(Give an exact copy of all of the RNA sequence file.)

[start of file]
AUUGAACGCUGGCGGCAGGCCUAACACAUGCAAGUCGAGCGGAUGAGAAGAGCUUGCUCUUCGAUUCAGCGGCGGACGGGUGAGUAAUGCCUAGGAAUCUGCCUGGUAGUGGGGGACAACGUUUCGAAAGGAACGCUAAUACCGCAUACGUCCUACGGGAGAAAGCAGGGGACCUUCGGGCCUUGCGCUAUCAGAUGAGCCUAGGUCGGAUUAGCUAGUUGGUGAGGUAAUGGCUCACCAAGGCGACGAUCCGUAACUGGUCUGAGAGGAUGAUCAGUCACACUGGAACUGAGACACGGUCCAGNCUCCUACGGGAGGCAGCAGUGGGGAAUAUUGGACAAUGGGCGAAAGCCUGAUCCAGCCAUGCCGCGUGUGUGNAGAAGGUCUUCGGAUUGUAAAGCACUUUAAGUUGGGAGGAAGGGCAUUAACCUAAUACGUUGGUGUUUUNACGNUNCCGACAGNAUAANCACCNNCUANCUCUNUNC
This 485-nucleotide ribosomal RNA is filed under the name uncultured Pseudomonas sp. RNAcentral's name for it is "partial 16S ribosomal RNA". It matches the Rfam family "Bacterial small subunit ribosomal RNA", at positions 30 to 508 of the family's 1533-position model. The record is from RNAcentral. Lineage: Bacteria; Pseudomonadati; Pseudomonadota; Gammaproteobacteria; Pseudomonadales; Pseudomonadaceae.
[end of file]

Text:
AUUGAACGCUGGCGGCAGGCCUAACACAUGCAAGUCGAGCGGAUGAGAAGAGCUUGCUCUUCGAUUCAGCGGCGGACGGGUGAGUAAUGCCUAGGAAUCUGCCUGGUAGUGGGGGACAACGUUUCGAAAGGAACGCUAAUACCGCAUACGUCCUACGGGAGAAAGCAGGGGACCUUCGGGCCUUGCGCUAUCAGAUGAGCCUAGGUCGGAUUAGCUAGUUGGUGAGGUAAUGGCUCACCAAGGCGACGAUCCGUAACUGGUCUGAGAGGAUGAUCAGUCACACUGGAACUGAGACACGGUCCAGNCUCCUACGGGAGGCAGCAGUGGGGAAUAUUGGACAAUGGGCGAAAGCCUGAUCCAGCCAUGCCGCGUGUGUGNAGAAGGUCUUCGGAUUGUAAAGCACUUUAAGUUGGGAGGAAGGGCAUUAACCUAAUACGUUGGUGUUUUNACGNUNCCGACAGNAUAANCACCNNCUANCUCUNUNC
This 485-nucleotide ribosomal RNA is filed under the name uncultured Pseudomonas sp. RNAcentral's name for it is "partial 16S ribosomal RNA". It matches the Rfam family "Bacterial small subunit ribosomal RNA", at positions 30 to 508 of the family's 1533-position model. The record is from RNAcentral. Lineage: Bacteria; Pseudomonadati; Pseudomonadota; Gammaproteobacteria; Pseudomonadales; Pseudomonadaceae.